A few months after performing a first-of-its-kind procedure in the US, members of the John Ochsner Heart and Vascular Institute surgical team explore what led to the surgical success.
Aditya Bansal, MD
Earlier this year, a team at the John Ochsner Heart and Vascular Institute (JOHVI) performed a double left ventricular assist device (BIVAD) implantation—the first of its kind in the United States.
Led by Aditya Bansal, MD, the surgical director of the mechanical assist device circulatory support and ECMO program at Ochsner, a team of 21 professionals performed the life-saving, 9-hour complex procedure of Biventricular implantation HeartMate 3 device.
The surgery was overall a resounding success, with essentially no complications or post-operative issues. Bansal told MD Mag that the real success of the procedure was in the communication, collaboration, and preparation between the cardiac surgeons, heart failure (HF) cardiologists, perfusionists, anesthesiologists, critical care nurses, residents, and medical students.
“All of them need to be very involved and be on the same page so they can execute these complicated operations to perfection,” he said. “For us, the most important steps were ensuring the safety of the patient, ensuring the procedure was done with extreme precision, and ensuring that our patient has the best outcome.”
Including the patient in these conversations and making sure that he understood the benefits, risks, and possibilities was just as important. Bansal stated that these open discussions and involving the patient “made him feel at peace with the process and made him feel safe with the team. In the end, a lot of things can happen, but if the team is well prepared for all eventualities, then that is the best safety net for our patients”.
Those lines of communication extended beyond just the team at JOHVI, as well. A similar procedure had been conducted just a short time prior by a team of surgeons in Germany. For Bansal, ensuring that there was an open line of communication with their German colleagues was just as important as it was within the team at his own institution.
“We had multiple phone conversations with our German counterparts who shared with us the techniques that they had perfected over time,” said Bansal.
“And then we ran multiple scenarios with our own groups, with all the team members that were in the operating room, the ICU, and in the medical unit. All of that helped to make this seamless,” he added.
Another big piece of the success, Bansal said, was the prior experience. Just last year, JOVHI surpassed its 500th and 950th LVAD and heart transplant procedures respectively, marking the clinicians at the institution as seasoned experts in the HF field.
Sapna Desai, MD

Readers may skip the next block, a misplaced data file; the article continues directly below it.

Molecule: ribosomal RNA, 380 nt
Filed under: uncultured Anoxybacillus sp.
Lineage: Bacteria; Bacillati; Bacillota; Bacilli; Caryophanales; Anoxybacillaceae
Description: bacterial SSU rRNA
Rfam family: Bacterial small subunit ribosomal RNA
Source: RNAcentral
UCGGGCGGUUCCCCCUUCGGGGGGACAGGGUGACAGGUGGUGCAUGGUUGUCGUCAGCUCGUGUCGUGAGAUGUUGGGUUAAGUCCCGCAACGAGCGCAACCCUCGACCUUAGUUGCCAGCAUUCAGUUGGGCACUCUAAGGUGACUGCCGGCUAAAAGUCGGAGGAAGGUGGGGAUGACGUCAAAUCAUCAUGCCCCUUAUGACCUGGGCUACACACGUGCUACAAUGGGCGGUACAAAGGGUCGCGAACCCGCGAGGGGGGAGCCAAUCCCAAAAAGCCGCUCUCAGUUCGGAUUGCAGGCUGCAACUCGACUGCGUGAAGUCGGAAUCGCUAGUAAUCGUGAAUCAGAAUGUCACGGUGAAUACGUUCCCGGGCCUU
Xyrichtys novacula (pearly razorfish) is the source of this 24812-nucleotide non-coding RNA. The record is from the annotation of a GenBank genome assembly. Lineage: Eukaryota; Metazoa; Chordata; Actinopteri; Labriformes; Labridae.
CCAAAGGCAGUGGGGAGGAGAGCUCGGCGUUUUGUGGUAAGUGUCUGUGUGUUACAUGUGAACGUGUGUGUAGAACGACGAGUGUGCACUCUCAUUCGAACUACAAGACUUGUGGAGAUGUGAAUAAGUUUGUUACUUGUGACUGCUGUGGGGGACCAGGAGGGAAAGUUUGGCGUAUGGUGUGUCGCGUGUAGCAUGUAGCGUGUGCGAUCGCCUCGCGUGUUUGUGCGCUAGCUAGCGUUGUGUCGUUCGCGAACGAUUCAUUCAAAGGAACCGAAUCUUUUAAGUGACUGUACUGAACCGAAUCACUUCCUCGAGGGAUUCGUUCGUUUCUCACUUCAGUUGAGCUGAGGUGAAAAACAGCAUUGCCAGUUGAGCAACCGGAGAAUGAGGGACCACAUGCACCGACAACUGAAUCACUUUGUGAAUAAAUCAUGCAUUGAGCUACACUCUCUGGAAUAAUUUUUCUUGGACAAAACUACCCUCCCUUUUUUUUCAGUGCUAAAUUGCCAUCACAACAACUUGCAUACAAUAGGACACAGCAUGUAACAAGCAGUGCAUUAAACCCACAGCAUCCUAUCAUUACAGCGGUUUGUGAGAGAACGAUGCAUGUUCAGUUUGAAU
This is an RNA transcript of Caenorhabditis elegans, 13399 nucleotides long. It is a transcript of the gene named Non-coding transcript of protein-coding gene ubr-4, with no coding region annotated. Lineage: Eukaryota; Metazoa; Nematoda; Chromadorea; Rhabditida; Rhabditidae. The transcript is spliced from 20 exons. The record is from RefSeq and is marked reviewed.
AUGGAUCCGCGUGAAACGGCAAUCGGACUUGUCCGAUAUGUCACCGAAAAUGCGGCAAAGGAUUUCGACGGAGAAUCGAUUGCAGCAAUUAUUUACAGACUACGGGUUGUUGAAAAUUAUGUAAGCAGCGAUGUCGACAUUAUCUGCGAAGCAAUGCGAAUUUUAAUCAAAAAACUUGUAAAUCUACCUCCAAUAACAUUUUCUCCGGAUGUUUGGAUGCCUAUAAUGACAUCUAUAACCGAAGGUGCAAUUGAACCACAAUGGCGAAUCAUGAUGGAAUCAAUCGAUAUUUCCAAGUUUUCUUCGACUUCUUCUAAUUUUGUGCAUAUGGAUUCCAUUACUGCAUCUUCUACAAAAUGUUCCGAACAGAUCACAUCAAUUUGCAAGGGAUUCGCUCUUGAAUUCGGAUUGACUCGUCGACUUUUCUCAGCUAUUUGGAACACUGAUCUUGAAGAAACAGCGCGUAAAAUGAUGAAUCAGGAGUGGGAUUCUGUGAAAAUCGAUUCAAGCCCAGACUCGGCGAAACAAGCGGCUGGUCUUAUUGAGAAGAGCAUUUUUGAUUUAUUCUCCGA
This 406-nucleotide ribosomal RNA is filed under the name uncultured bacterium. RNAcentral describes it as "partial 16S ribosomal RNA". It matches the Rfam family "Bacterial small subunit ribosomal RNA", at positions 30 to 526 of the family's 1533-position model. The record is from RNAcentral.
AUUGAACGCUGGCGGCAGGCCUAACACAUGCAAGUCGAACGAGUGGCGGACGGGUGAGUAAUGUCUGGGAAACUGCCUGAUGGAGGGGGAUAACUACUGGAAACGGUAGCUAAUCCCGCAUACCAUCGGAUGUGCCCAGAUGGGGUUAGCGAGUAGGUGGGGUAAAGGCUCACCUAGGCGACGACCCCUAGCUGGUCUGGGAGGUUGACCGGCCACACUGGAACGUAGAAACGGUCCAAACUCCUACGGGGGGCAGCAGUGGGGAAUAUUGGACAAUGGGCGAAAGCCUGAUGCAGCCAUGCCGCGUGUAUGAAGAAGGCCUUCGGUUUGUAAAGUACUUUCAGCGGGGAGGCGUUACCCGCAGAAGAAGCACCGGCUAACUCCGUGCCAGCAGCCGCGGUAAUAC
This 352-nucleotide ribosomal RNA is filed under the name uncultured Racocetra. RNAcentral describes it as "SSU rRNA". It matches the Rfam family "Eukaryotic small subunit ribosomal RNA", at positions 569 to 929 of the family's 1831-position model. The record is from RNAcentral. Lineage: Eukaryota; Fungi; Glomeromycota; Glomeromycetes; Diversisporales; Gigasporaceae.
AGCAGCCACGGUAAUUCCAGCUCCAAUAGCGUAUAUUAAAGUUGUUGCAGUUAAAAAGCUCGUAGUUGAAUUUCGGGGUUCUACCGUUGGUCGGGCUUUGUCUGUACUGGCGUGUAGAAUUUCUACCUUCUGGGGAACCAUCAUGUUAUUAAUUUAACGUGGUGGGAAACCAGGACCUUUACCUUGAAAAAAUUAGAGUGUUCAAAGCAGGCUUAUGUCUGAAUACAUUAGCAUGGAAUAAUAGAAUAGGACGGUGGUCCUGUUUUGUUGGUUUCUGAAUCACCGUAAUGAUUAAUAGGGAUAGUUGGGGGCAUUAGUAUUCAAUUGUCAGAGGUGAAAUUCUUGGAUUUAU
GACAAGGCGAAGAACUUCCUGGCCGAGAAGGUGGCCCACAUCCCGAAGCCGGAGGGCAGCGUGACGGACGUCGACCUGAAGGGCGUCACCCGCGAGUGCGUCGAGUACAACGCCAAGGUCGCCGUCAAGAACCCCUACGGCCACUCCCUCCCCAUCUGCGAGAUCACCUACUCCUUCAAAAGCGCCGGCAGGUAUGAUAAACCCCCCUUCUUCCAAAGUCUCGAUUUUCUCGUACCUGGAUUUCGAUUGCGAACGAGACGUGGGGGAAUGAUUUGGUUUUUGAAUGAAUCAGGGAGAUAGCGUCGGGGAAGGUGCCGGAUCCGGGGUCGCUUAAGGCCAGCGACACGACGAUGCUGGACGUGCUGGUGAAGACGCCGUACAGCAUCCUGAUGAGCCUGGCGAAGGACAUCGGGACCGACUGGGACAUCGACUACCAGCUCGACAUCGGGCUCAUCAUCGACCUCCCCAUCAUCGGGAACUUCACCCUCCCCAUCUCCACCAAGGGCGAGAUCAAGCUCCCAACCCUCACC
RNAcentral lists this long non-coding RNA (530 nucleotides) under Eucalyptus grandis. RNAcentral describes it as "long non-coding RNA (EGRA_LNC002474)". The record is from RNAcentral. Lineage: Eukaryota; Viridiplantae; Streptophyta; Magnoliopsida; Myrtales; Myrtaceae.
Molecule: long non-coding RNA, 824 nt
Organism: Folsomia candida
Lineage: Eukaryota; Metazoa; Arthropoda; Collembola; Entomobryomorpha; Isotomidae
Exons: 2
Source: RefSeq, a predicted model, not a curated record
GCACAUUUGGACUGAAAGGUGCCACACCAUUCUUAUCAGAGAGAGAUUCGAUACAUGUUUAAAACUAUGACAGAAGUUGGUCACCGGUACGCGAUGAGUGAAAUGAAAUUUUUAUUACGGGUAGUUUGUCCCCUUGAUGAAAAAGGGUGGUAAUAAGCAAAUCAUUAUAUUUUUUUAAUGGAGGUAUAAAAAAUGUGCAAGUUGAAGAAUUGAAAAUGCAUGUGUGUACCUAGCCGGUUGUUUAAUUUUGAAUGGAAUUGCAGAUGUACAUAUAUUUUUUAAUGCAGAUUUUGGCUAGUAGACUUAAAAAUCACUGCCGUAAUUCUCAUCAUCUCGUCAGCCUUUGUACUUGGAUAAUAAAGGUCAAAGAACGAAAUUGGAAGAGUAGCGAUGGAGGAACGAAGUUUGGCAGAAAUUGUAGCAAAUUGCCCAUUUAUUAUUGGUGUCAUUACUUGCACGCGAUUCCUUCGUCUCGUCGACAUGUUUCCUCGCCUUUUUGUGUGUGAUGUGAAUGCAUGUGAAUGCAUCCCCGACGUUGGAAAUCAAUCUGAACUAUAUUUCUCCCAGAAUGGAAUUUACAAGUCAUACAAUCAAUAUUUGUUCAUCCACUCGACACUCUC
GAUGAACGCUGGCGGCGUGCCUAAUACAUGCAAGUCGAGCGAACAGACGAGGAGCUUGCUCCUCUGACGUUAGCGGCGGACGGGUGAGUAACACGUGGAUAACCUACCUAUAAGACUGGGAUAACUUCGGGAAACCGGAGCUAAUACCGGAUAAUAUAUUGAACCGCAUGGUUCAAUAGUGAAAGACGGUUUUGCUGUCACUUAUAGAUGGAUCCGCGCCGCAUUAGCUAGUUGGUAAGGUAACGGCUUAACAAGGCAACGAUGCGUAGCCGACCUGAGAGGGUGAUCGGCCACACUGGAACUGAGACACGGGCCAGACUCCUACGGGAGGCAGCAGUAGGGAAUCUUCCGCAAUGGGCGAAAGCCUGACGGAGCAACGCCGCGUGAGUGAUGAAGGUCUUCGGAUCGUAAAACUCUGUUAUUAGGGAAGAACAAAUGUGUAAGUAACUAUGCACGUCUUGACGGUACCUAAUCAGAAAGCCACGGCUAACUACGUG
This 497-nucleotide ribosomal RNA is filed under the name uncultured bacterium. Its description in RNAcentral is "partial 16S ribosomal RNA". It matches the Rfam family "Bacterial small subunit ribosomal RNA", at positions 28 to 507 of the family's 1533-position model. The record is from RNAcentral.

People who did not have prior experience may have had a lot of challenges, but we’ve done these procedures in different forms. We have a large amount of experience [with these] devices,” Bansal explained. “All of those [procedures] helped with preparation. It was like preparing for a marathon on the final day—all of these small, small steps really helped the team be successful in delivering what we had promised to our patient.”
While Bansal and the team were anticipating multiple complications and issues to arise, none did. According to him, “it worked like a well-oiled machine,” which he credited solely to the team. “The number 1 thing to focus on is the team approach. Ensuring that all team members have come up with a plan, and have not only Plan A, but Plan B and Plan C,” he said.
Bansal added that collaboration with colleagues, specifically those with experience—no matter where they are located—is a major part of success in these complex situations. While he noted that the Ochsner team was prepared, double-checking every step of the way and discussing all possibilities up front, having the resources from outside was invaluable. Those resources, he said, can also come from thinking outside the box and embracing the new technologies.
Bansal commented, “Communication, collaboration, and preparation are the 3 essentials, that will help physician teams to be successful, be it in [obstetrics/gynecology], dermatology, or heart surgery.”
Sapna Desai, MD the medical director of the mechanical assist device circulatory support program at JOHVI, credited the willingness of the staff to embrace the spirit of collaboration as the biggest benefit for the patients at the institute. But she did add that for her, the focus should be partly on getting patients to HF centers like Ochsner sooner, rather than later. While both her and Bansal noted that this procedure could be performed at essentially any center that is advanced enough to implant LVADs, the focus should be on preventing these kinds of situations from arising altogether.
“From a cardiologist standpoint, the 1 piece of advice—maybe not to team that is going to perform the surgery, but to cardiologists everywhere that have patients that are challenging from a HF perspective—would be to get [the patient] to an advanced HF team as quickly as possible because I don’t think we go into these situations looking to put 2 LVADs in,” she said. “Our hopes are always to try to do it with 1, and the early that they get referred to a HF cardiologist, the better.”